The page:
Maranoa Country Universities Centre (CUC) officially opened its doors today, providing more opportunities for local students to access tertiary education and training closer to home.
The Australian Government has provided more than $1.3 million to help establish the centre at the Roma Community Hub – one of nine additional centres funded under the $74.2 million Regional University Centres program.
Deputy Prime Minister and Minister for Infrastructure, Transport and Regional Development Michael McCormack said CUC Maranoa was providing a crucial service to regional, rural and remote students.
“The CUC Maranoa will provide a study sanctuary where students from any Australian university can access high-speed internet, state-of-the-art computing and wraparound student support,” the Deputy Prime Minister said.
“Studying online via distance can be isolating. Students who use the CUC Maranoa belong to a community of like-minded individuals who can support each other throughout their study journeys.
“This investment will assist higher education students, such as those in Roma, stay in their communities and ultimately lead to the growth of local economies in regional, rural and remote Australia.”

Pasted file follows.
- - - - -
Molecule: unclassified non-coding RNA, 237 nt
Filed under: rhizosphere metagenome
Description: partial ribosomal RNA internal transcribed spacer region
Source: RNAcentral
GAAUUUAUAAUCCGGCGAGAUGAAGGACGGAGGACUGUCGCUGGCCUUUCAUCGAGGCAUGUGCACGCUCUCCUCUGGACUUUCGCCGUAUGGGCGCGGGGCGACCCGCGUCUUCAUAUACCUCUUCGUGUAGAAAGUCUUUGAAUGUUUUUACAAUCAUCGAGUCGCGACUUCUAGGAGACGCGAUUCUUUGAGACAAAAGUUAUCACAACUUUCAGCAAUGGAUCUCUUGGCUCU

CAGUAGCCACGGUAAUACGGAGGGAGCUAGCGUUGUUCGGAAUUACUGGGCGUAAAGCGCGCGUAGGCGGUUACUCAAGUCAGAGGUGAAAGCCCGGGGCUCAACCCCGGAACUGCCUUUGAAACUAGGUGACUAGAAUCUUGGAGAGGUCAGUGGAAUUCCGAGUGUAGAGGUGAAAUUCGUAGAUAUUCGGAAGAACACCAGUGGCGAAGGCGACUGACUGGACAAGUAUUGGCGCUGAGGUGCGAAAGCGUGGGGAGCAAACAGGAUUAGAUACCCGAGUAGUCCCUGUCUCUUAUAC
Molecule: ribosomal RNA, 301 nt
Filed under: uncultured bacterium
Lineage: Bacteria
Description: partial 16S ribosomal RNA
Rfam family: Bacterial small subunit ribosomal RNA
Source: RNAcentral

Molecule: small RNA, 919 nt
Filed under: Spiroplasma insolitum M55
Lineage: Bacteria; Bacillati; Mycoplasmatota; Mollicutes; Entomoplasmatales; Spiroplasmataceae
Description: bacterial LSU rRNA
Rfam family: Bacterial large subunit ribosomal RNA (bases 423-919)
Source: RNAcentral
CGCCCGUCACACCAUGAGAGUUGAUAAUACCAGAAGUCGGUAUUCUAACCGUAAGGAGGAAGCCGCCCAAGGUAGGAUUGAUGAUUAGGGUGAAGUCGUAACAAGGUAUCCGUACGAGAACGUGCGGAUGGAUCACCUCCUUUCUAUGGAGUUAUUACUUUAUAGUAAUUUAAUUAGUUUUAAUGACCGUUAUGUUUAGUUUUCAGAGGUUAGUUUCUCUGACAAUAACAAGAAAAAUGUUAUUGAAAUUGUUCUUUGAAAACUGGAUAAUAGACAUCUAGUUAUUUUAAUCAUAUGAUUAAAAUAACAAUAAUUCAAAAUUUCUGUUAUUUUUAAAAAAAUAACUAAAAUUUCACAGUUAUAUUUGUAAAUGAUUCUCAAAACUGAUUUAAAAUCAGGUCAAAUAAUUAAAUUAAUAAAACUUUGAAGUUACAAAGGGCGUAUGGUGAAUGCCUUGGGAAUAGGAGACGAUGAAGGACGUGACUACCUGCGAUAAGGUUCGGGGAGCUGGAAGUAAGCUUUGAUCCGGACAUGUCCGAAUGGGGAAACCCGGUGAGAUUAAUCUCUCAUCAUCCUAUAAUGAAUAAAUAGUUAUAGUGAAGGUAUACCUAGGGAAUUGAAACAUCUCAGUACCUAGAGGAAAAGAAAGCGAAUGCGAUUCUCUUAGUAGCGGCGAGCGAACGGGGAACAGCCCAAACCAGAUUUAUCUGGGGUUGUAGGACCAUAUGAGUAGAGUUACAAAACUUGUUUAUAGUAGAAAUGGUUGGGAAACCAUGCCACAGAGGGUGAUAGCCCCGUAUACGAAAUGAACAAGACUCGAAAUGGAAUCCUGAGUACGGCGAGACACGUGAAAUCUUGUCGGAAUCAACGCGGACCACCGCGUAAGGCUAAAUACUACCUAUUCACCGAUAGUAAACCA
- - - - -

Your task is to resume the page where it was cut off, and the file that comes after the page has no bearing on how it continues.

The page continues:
The Country Universities Centre Maranoa will provide students with critical infrastructure, including computing facilities, high-speed internet access and quiet study spaces, as well as academic, administrative, and pastoral support services.
Federal Member for Maranoa, David Littleproud said the Maranoa centre would be crucial in delivering more opportunities for regional and rural students.
“About half of the young people living in Maranoa migrate out of the region, and more than 25 per cent of households don’t have access to the internet,” Minister Littleproud said.
“CUC Maranoa is going to change the lives of many people in the bush, and by increasing the number of skilled professionals in Maranoa it will pave the way for more business opportunities in the future.”
Minister for Education and Youth, Alan Tudge said the Australian Government is committed to ensuring that Australian students have access to the best possible education, no matter where they live.
“This Maranoa centre will enable these students to pursue tertiary education and training opportunities without having to leave home, and we know that this means those students are more likely to stay in their communities after graduating,” Minister Tudge said.
Minister for Decentralisation and Regional Education Andrew Gee said the Regional University Centres meet a demonstrated gap in support for country communities.
“Australians who live in our major cities are twice as likely to be university educated as regional students,” Minister Gee said.
“This innovative approach to improve access to tertiary education will be crucial in ensuring regional students in Maranoa have access to the same opportunities as their urban counterparts.”
The nine additional centres funded under the Regional University Centre program are bolstered by the 16 centres already established in all states and the Northern Territory.